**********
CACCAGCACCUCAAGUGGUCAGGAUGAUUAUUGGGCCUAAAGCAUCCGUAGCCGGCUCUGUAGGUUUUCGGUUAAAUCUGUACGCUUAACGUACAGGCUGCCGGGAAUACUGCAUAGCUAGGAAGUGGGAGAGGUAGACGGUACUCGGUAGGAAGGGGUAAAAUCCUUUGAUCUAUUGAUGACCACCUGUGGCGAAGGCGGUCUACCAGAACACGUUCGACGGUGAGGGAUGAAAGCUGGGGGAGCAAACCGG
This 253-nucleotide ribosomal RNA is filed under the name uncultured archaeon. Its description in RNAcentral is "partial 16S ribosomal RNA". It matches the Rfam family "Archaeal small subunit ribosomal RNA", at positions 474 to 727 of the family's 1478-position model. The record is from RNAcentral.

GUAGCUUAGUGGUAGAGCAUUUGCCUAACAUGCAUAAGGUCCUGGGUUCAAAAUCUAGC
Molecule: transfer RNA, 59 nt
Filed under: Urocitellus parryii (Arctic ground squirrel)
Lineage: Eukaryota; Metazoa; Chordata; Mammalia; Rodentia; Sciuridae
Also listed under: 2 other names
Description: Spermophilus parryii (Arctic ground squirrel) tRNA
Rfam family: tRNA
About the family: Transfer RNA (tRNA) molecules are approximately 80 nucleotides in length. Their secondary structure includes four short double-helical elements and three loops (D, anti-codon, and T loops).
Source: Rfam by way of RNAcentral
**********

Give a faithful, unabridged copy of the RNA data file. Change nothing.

CACCAGCACCUCAAGUGGUCAGGAUGAUUAUUGGGCCUAAAGCAUCCGUAGCCGGCUCUGUAGGUUUUCGGUUAAAUCUGUACGCUUAACGUACAGGCUGCCGGGAAUACUGCAUAGCUAGGAAGUGGGAGAGGUAGACGGUACUCGGUAGGAAGGGGUAAAAUCCUUUGAUCUAUUGAUGACCACCUGUGGCGAAGGCGGUCUACCAGAACACGUUCGACGGUGAGGGAUGAAAGCUGGGGGAGCAAACCGG
This 253-nucleotide ribosomal RNA is filed under the name uncultured archaeon. Its description in RNAcentral is "partial 16S ribosomal RNA". It matches the Rfam family "Archaeal small subunit ribosomal RNA", at positions 474 to 727 of the family's 1478-position model. The record is from RNAcentral.

GUAGCUUAGUGGUAGAGCAUUUGCCUAACAUGCAUAAGGUCCUGGGUUCAAAAUCUAGC
Molecule: transfer RNA, 59 nt
Filed under: Urocitellus parryii (Arctic ground squirrel)
Lineage: Eukaryota; Metazoa; Chordata; Mammalia; Rodentia; Sciuridae
Also listed under: 2 other names
Description: Spermophilus parryii (Arctic ground squirrel) tRNA
Rfam family: tRNA
About the family: Transfer RNA (tRNA) molecules are approximately 80 nucleotides in length. Their secondary structure includes four short double-helical elements and three loops (D, anti-codon, and T loops).
Source: Rfam by way of RNAcentral